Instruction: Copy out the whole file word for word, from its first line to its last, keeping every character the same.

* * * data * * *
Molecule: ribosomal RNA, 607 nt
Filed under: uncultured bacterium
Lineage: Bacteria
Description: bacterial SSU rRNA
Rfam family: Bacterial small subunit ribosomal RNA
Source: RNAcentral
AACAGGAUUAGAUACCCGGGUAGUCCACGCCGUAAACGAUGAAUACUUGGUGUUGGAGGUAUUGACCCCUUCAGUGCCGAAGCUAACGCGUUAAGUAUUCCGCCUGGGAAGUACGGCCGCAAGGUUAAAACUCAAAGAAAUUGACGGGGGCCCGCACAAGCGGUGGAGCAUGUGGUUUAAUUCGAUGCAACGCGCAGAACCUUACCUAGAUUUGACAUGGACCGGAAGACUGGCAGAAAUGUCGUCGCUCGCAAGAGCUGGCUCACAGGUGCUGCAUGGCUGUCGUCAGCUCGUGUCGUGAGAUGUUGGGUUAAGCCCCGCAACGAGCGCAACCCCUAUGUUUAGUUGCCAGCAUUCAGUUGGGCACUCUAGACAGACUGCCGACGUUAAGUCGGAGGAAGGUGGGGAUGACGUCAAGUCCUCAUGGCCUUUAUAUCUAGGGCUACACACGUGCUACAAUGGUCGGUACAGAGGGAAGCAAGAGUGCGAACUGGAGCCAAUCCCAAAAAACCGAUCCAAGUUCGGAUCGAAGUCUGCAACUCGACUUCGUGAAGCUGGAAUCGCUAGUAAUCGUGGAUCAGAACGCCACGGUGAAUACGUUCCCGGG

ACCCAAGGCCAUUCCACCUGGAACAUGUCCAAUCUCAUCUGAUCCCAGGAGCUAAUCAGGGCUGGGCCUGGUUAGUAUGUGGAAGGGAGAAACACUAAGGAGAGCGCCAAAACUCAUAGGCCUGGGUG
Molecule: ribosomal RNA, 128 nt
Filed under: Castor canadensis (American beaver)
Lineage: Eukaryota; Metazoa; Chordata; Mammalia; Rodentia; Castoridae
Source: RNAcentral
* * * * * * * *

Molecule: ribosomal RNA, 607 nt
Filed under: uncultured bacterium
Lineage: Bacteria
Description: bacterial SSU rRNA
Rfam family: Bacterial small subunit ribosomal RNA
Source: RNAcentral
AACAGGAUUAGAUACCCGGGUAGUCCACGCCGUAAACGAUGAAUACUUGGUGUUGGAGGUAUUGACCCCUUCAGUGCCGAAGCUAACGCGUUAAGUAUUCCGCCUGGGAAGUACGGCCGCAAGGUUAAAACUCAAAGAAAUUGACGGGGGCCCGCACAAGCGGUGGAGCAUGUGGUUUAAUUCGAUGCAACGCGCAGAACCUUACCUAGAUUUGACAUGGACCGGAAGACUGGCAGAAAUGUCGUCGCUCGCAAGAGCUGGCUCACAGGUGCUGCAUGGCUGUCGUCAGCUCGUGUCGUGAGAUGUUGGGUUAAGCCCCGCAACGAGCGCAACCCCUAUGUUUAGUUGCCAGCAUUCAGUUGGGCACUCUAGACAGACUGCCGACGUUAAGUCGGAGGAAGGUGGGGAUGACGUCAAGUCCUCAUGGCCUUUAUAUCUAGGGCUACACACGUGCUACAAUGGUCGGUACAGAGGGAAGCAAGAGUGCGAACUGGAGCCAAUCCCAAAAAACCGAUCCAAGUUCGGAUCGAAGUCUGCAACUCGACUUCGUGAAGCUGGAAUCGCUAGUAAUCGUGGAUCAGAACGCCACGGUGAAUACGUUCCCGGG

ACCCAAGGCCAUUCCACCUGGAACAUGUCCAAUCUCAUCUGAUCCCAGGAGCUAAUCAGGGCUGGGCCUGGUUAGUAUGUGGAAGGGAGAAACACUAAGGAGAGCGCCAAAACUCAUAGGCCUGGGUG
Molecule: ribosomal RNA, 128 nt
Filed under: Castor canadensis (American beaver)
Lineage: Eukaryota; Metazoa; Chordata; Mammalia; Rodentia; Castoridae
Source: RNAcentral